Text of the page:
Hang up the phone. Do not reply to emails, messages, or letters that the scammer sends. Do not make any more payments to the scammer. Beware of additional scammers who may contact you claiming they can help you get your lost money back.

Secure Your Finances

  • Report potentially compromised bank account, credit or debit card information to your financial institution(s) immediately. They may be able to cancel or reverse fraudulent transactions.
  • Notify the three major credit bureaus. They can add a fraud alert to warn potential credit grantors that you may be a victim of identity theft. You may also want to consider placing a free security freeze on your credit report. Doing so prevents lenders and others from accessing your credit report entirely, which will prevent them from extending credit:

Check Your Computer

If your computer was accessed or otherwise affected by a scam, check to make sure that your anti-virus is up-to-date and running and that your system is free of malware and keylogging software. You may also need to seek the help of a computer repair company. Consider utilizing the Better Business Bureau’s website to find a reputable company.

Change Your Account Passwords

Update your bank, credit card, social media, and email account passwords to try to limit further unauthorized access. Make sure to choose strong passwords when changing account passwords.

Report The Scam

Reporting helps protect others. While agencies can’t always track down perpetrators of crimes against scammers, they can utilize the information gathered to record patterns of abuse which may lead to action being taken against a company or industry.

Report your issue to the following agencies based on the nature of the scam:

  • Local Law Enforcement: Consumers are encouraged to report scams to their local police department or sheriff’s office, especially if you lost money or property or had your identity compromised.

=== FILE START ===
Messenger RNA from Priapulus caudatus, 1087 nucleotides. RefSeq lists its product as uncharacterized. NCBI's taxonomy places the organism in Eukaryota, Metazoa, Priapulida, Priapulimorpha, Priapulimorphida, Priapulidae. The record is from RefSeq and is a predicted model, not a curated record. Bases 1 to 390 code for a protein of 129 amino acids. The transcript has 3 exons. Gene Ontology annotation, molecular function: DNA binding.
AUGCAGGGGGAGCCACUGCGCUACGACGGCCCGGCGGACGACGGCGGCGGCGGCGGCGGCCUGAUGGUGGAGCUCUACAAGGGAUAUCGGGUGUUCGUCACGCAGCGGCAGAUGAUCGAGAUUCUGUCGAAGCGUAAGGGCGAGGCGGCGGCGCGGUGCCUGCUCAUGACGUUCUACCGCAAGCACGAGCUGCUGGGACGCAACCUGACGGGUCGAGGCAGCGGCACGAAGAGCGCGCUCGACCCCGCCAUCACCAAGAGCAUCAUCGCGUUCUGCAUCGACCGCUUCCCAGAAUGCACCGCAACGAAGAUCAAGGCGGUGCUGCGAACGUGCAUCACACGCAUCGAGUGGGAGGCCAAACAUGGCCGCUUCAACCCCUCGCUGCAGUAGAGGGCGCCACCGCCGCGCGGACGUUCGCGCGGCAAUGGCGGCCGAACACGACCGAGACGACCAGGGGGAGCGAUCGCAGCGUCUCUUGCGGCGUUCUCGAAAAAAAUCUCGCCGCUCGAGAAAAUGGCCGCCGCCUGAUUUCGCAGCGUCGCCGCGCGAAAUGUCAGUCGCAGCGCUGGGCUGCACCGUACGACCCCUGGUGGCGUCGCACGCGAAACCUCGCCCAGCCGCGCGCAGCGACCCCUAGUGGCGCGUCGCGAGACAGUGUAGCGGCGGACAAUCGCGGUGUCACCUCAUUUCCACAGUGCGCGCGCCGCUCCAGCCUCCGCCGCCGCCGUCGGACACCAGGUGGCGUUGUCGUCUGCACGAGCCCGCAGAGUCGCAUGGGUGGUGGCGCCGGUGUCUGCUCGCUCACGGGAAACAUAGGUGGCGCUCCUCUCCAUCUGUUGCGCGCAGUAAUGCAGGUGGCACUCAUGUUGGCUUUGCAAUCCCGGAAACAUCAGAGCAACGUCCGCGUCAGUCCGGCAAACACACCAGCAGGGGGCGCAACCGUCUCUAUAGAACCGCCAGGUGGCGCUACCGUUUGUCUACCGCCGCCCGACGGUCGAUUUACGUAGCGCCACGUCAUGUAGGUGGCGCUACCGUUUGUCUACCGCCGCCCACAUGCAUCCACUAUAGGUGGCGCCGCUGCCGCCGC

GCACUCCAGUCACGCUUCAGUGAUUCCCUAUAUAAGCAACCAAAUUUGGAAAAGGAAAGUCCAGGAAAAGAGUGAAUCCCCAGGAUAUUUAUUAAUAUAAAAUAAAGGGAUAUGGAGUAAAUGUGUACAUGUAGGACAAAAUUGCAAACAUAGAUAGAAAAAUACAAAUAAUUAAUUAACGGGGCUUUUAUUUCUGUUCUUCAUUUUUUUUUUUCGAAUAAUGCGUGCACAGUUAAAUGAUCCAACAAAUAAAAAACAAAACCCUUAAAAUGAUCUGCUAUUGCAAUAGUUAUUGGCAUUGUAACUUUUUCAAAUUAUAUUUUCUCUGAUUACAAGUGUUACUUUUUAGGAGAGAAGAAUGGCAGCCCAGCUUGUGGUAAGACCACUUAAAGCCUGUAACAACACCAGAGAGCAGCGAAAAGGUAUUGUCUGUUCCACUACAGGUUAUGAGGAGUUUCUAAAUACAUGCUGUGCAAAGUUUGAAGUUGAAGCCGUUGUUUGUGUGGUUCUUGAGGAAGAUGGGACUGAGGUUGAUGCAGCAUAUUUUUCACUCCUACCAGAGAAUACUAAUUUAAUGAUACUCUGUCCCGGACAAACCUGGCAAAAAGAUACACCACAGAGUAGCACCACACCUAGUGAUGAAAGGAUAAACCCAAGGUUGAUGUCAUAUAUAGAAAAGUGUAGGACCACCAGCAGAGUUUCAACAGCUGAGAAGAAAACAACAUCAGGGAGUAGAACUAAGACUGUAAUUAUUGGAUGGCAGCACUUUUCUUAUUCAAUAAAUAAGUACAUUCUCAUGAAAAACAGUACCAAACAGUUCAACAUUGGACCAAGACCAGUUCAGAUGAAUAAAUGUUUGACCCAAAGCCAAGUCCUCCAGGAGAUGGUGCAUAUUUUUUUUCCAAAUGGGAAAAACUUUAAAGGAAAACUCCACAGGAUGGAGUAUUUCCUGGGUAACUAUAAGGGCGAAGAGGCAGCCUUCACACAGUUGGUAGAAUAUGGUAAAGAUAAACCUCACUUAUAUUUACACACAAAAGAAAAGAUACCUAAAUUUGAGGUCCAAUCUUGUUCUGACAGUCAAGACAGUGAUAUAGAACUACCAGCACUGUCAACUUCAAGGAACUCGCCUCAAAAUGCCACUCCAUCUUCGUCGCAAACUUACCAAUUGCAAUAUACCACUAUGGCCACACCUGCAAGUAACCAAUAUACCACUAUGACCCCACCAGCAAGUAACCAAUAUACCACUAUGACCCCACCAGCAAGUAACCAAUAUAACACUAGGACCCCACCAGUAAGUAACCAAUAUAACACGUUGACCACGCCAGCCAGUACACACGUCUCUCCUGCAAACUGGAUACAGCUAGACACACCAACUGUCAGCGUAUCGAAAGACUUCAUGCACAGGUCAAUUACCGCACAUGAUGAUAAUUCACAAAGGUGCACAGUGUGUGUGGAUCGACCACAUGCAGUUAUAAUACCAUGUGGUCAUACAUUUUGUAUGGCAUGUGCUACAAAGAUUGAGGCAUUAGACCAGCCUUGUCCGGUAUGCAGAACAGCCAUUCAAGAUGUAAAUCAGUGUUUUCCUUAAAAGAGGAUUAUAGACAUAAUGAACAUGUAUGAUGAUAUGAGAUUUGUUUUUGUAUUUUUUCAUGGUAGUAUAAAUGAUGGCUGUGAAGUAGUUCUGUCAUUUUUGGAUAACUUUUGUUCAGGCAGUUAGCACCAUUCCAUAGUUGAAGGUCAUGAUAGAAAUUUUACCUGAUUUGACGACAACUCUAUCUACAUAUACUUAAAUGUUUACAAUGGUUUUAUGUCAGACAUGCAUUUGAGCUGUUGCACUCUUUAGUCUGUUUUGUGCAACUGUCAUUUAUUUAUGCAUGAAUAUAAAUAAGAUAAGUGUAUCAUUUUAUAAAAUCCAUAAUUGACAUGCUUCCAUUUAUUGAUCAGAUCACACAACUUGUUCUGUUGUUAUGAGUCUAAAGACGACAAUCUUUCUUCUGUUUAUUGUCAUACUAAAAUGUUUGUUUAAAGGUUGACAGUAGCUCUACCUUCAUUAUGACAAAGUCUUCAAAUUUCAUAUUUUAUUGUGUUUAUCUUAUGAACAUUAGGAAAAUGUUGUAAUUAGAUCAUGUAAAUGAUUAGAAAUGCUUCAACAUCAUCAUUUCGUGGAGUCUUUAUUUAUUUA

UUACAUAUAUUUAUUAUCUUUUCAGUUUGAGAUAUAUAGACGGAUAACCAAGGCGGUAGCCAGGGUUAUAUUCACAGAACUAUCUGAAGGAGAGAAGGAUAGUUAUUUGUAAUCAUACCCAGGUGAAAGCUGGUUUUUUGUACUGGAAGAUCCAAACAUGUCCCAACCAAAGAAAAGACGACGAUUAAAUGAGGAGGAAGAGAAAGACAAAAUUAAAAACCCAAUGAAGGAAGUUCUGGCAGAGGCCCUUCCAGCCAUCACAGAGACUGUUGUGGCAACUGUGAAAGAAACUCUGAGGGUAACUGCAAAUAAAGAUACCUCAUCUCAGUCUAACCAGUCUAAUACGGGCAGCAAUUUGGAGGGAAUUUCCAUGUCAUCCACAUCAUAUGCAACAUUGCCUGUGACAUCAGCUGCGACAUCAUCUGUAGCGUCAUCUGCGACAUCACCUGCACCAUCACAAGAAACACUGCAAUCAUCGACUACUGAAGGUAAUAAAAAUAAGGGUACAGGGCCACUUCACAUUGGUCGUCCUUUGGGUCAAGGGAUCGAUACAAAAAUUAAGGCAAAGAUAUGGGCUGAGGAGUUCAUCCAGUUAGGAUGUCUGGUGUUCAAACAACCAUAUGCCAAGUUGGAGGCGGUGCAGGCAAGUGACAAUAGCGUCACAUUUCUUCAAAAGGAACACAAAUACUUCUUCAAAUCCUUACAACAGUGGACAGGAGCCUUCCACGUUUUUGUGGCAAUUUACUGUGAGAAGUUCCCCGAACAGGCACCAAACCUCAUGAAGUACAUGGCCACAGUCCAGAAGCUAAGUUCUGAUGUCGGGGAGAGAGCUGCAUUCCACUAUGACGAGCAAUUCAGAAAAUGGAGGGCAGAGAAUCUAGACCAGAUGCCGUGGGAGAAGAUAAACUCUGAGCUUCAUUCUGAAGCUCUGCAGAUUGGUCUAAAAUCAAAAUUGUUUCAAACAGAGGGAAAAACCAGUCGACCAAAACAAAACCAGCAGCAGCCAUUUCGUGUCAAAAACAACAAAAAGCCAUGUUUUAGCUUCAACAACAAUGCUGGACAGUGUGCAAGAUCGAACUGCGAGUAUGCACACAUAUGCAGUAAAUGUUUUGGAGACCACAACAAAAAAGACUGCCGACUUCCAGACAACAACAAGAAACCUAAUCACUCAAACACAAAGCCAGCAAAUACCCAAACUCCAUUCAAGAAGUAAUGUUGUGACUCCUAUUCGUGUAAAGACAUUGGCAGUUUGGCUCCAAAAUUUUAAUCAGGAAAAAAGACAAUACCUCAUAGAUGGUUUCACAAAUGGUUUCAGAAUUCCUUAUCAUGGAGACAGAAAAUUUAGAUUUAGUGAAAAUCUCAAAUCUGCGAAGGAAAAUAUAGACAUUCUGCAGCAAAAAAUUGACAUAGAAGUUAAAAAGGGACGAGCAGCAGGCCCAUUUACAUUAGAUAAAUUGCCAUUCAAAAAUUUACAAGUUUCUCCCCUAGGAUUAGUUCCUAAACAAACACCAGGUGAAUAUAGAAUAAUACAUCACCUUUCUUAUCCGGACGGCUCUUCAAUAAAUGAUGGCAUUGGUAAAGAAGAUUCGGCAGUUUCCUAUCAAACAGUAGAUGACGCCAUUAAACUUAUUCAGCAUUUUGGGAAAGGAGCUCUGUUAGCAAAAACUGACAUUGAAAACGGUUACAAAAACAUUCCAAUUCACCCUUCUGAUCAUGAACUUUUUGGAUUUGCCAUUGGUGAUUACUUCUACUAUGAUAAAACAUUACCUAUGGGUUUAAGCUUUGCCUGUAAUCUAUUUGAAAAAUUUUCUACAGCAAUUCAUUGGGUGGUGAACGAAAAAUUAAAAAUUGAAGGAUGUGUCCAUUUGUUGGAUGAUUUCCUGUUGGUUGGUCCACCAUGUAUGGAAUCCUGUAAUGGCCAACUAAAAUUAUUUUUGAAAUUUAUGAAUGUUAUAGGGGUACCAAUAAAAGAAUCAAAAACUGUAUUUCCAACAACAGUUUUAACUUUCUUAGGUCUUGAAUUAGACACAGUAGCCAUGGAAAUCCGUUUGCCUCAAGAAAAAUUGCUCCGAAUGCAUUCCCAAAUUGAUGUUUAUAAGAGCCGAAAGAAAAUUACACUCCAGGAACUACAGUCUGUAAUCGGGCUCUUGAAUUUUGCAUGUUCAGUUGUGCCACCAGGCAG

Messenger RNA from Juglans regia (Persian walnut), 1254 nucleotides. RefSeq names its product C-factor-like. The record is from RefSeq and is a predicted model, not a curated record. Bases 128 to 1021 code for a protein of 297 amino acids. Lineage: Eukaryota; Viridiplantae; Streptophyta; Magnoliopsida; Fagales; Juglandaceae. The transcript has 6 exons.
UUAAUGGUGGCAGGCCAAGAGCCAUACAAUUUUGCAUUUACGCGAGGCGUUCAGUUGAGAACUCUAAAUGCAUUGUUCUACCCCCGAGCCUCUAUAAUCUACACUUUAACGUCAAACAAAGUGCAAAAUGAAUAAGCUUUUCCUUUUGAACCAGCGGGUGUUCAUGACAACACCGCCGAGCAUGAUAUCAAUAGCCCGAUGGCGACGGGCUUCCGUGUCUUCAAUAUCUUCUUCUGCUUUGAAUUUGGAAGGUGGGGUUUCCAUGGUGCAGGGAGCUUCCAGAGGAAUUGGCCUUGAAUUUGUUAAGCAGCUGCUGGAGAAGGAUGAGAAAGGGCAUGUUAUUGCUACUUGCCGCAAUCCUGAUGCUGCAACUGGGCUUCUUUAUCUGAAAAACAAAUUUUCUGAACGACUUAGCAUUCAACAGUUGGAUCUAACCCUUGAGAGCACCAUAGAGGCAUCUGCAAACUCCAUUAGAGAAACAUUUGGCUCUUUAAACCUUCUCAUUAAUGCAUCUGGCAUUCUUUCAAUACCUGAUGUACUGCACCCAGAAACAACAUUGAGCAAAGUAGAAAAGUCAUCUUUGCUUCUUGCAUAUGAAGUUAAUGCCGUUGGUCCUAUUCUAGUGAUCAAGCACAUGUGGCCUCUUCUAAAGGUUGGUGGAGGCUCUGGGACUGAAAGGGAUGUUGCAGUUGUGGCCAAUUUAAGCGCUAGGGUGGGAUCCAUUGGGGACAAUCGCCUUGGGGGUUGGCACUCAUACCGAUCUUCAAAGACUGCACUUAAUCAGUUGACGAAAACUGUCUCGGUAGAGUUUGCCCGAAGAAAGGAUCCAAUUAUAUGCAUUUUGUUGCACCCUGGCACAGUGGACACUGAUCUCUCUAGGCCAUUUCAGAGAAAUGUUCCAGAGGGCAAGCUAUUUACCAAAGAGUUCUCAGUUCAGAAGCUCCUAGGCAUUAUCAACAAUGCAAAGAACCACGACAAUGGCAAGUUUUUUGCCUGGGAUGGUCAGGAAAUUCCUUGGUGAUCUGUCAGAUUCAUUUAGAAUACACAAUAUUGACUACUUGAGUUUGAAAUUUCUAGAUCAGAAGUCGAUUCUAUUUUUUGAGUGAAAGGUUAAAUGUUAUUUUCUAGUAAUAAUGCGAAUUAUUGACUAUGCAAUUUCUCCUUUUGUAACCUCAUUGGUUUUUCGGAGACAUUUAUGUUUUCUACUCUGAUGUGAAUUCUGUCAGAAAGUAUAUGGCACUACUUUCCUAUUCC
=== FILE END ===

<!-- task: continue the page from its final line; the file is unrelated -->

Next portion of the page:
• Federal Trade Commission: Contact the Federal Trade Commission (FTC) at 1-877-FTC-HELP (1-877-382-4357) or use the Online Complaint Assistant to report various types of fraud, including counterfeit checks, lottery or sweepstakes scams, and more.
  • Identitytheft.gov: If someone is using your personal information, like your Social Security, credit card, or bank account number, to open new accounts, make purchases, or get a tax refund, report it at www.identitytheft.gov. This federal government site will also help you create your Identity Theft Report and a personal recovery plan based on your situation. Questions can be directed to 877-ID THEFT.

How To Recognize a Phishing Scam

Scammers use email or text messages to try to steal your passwords, account numbers, or Social Security numbers. If they get that information, they could get access to your email, bank, or other accounts. Or they could sell your information to other scammers. Scammers launch thousands of phishing attacks like these every day — and they’re often successful.

Scammers often update their tactics to keep up with the latest news or trends, but here are some common tactics used in phishing emails or text messages:

Phishing emails and text messages often tell a story to trick you into clicking on a link or opening an attachment. You might get an unexpected email or text message that looks like it’s from a company you know or trust, like a bank or a credit card or utility company. Or maybe it’s from an online payment website or app. The message could be from a scammer, who might

  • say they’ve noticed some suspicious activity or log-in attempts — they haven’t
  • claim there’s a problem with your account or your payment information — there isn’t
  • say you need to confirm some personal or financial information — you don’t
  • include an invoice you don’t recognize — it’s fake
  • want you to click on a link to make a payment — but the link has malware
  • say you’re eligible to register for a government refund — it’s a scam
  • offer a coupon for free stuff — it’s not real

About Online Threat Alerts (OTA)

Online Threat Alerts or OTA is an anti-cybercrime community that started in 2012. OTA alerts the public to cyber crimes and other web threats.

By alerting the public, we have prevented a lot of online users from getting scammed or becoming victims of cybercrimes.

With the ever-increasing number of people going online, it important to have a community like OTA that continuously alerts or protects those same people from cyber-criminals, scammers and hackers, who are every day finding new ways of carrying out their malicious activities.

Online users can help by reporting suspicious or malicious messages or websites to OTA. And, if they want to determine if a message or website is a threat or scam, they can use OTA's search engine to search for the website or parts of the message for information.

Help maintain Online Threat Alerts (OTA).

"Yahoo Award Notification" Lottery Scams